And by the time all the plants are in the union, a decade or so from now at best, a culture will have been established that will not be easily changed.In fact, the more likely scenario for the development of a 'real' union might come from the outside.

Frustrated with a union that draws dues but acts like the industrial relations arm of the company, workers might rebel and look to another union to come in, this time to join workers ready to challenge the status quo.

It should however be noted that this leads to murky legal territory.

Since the units will be under one collective agreement, the Labour Board might rule that they must all stay or go together and can't be picked off one at a time — making a change in unions difficult if not impossible (as was seen in the failed attempt at organizing the banks in the 1980s).

A more traditional defence of this new Caw policy would be that the unionization of Magna is critical to the rest of the parts industry and the auto industry more generally, but the only way to accomplish this is by way of a tactical retreat from principle.

The problem addressed in this argument is serious. There is no question that unionization in today's climate of overwhelming restructuring is extremely difficult and this is all the truer at Magna where keeping unions out has been one of its major investments.

The main point of course is one raised earlier: it doesn't make much sense to kill the patient to cure the disease; the union is better off without Magna than getting Magna but giving up what the union stands for. Sam Gindin teaches political economy at York University. This essay was first published in Socialist Project's E-Bulletin The Bullet (No. 65) on 19 October 2007.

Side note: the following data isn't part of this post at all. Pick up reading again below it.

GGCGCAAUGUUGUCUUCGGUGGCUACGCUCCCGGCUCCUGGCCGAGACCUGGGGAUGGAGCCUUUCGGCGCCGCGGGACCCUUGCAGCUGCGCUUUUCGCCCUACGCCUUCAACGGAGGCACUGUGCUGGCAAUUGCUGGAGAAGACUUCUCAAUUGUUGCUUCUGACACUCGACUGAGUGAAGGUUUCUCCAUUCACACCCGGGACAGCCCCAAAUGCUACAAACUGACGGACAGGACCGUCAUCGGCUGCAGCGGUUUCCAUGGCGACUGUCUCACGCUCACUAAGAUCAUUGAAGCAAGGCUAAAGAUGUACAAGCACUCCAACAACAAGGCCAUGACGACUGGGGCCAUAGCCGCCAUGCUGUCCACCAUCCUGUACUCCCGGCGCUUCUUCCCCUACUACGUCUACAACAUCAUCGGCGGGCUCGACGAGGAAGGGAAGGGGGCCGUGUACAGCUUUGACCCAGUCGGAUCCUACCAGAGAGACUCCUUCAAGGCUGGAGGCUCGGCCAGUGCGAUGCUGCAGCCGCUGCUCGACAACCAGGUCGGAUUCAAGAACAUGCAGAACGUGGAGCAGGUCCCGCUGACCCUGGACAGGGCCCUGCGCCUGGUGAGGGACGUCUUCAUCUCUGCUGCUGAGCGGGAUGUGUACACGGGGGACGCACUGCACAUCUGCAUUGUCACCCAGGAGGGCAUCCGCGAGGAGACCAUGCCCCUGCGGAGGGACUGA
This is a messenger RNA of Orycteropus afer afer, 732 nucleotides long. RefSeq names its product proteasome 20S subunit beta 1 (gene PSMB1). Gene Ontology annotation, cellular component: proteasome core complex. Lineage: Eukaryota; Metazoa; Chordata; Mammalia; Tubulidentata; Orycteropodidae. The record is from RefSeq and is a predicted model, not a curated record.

What CAW says about the new agreement

Caw press statement, October 15 2007 Frank Stronach, Chairman of the Board of Magna International Inc., and Buzz Hargrove, President of the Canadian Auto Workers, signed a historic agreement in Toronto today that will usher in a new relationship between Canada’s largest automotive employer and Canada’s largest private sector union.

The agreement, called the Framework of Fairness, will allow Magna employees to participate in secret-ballot votes regarding membership in the CAW.

It also establishes an innovative new structure for labour relations involving workplace elections and referenda; a multi-faceted dispute settlement process; and the use of final-offer arbitration instead of work stoppages to settle contract disputes.

With this agreement, Magna and the CAW will develop a new way of working together,” Hargrove said in signing the agreement. “It will strengthen the CAW’s ability to support auto parts workers at an incredibly challenging time, but in a way that also strengthens Canada’s auto industry.

Magna and the CAW have established an effective working relationship through our existing unionised facilities, and through our participation in joint industry initiatives like the Canadian Automotive Partnership Council,” Hargrove added. “The Framework of Fairness takes our relationship to the next level.”

The Framework of Fairness is not a collective agreement. It is a set of principles that will govern the process whereby Magna workers vote on union membership, negotiate and approve their contract, and resolve concerns.

Magna employees at each plant will have the chance to vote (in secret-ballot elections supervised by independent officials) on whether to approve a new contract and join the CAW.

If a majority of workers in a facility support CAW membership, then that plant will be covered by a new CAW-Magna national collective agreement, and its employees will join the CAW.

The national contract, CAW membership, and subsequent changes negotiated to that national contract must all be approved by Magna employees through secret-ballot votes.

Once fully implemented, the Framework would cover up to 18,000 Magna production employees working in about 45 manufacturing facilities in Ontario.

Magna International is the world’s most diversified automotive supplier, with worldwide sales of over $25 billion (U.S.).

It employs 83,000 people in 23 countries, including over 20,000 in Canada. The CAW is Canada’s largest private sector trade union, representing 260,000 members working in 16 different sectors of the Canadian economy.

The union currently represents over 25,000 production employees working for independent auto parts firms, including in three Magna facilities.